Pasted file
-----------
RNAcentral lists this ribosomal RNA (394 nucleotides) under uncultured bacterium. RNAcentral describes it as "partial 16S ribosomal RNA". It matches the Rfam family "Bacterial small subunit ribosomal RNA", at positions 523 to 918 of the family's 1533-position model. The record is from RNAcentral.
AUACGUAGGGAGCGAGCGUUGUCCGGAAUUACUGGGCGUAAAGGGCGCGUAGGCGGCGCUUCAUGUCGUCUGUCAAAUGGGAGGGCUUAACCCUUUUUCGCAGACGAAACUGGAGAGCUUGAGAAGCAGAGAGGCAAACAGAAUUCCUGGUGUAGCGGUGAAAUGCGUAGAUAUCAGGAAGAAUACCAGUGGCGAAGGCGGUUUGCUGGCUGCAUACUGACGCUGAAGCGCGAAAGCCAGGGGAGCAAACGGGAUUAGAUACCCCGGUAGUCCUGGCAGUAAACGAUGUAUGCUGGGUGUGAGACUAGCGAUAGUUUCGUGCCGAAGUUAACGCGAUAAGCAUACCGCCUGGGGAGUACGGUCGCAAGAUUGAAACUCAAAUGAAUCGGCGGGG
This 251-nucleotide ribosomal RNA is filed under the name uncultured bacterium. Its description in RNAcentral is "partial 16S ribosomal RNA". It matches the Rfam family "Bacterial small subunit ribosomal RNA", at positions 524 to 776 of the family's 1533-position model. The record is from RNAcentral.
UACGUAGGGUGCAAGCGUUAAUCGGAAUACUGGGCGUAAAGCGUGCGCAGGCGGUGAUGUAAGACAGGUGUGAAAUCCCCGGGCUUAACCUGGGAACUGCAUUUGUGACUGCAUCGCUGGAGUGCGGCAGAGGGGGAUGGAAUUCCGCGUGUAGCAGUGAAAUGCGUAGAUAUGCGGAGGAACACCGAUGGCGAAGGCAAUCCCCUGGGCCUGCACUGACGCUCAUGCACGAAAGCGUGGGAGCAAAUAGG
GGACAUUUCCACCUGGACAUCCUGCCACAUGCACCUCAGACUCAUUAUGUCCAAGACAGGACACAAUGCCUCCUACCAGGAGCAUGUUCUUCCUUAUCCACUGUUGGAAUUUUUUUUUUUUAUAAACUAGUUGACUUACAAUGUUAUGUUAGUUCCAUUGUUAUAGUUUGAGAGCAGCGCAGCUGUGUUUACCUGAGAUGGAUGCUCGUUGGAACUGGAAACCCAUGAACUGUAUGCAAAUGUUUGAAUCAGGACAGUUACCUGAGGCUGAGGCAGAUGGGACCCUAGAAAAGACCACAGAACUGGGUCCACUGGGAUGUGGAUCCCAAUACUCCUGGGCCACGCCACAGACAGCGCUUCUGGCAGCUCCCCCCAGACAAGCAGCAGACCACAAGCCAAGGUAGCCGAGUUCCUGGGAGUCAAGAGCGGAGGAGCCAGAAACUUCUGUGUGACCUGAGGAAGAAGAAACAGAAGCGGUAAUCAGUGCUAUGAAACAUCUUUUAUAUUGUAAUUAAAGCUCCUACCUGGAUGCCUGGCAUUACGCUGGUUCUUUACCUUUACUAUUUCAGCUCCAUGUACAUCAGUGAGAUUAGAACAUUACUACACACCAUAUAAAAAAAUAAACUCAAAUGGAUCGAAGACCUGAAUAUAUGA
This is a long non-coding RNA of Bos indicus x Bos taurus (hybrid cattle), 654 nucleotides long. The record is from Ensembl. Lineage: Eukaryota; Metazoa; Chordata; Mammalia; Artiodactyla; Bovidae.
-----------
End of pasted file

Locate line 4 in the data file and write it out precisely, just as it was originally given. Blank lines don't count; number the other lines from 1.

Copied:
UACGUAGGGUGCAAGCGUUAAUCGGAAUACUGGGCGUAAAGCGUGCGCAGGCGGUGAUGUAAGACAGGUGUGAAAUCCCCGGGCUUAACCUGGGAACUGCAUUUGUGACUGCAUCGCUGGAGUGCGGCAGAGGGGGAUGGAAUUCCGCGUGUAGCAGUGAAAUGCGUAGAUAUGCGGAGGAACACCGAUGGCGAAGGCAAUCCCCUGGGCCUGCACUGACGCUCAUGCACGAAAGCGUGGGAGCAAAUAGG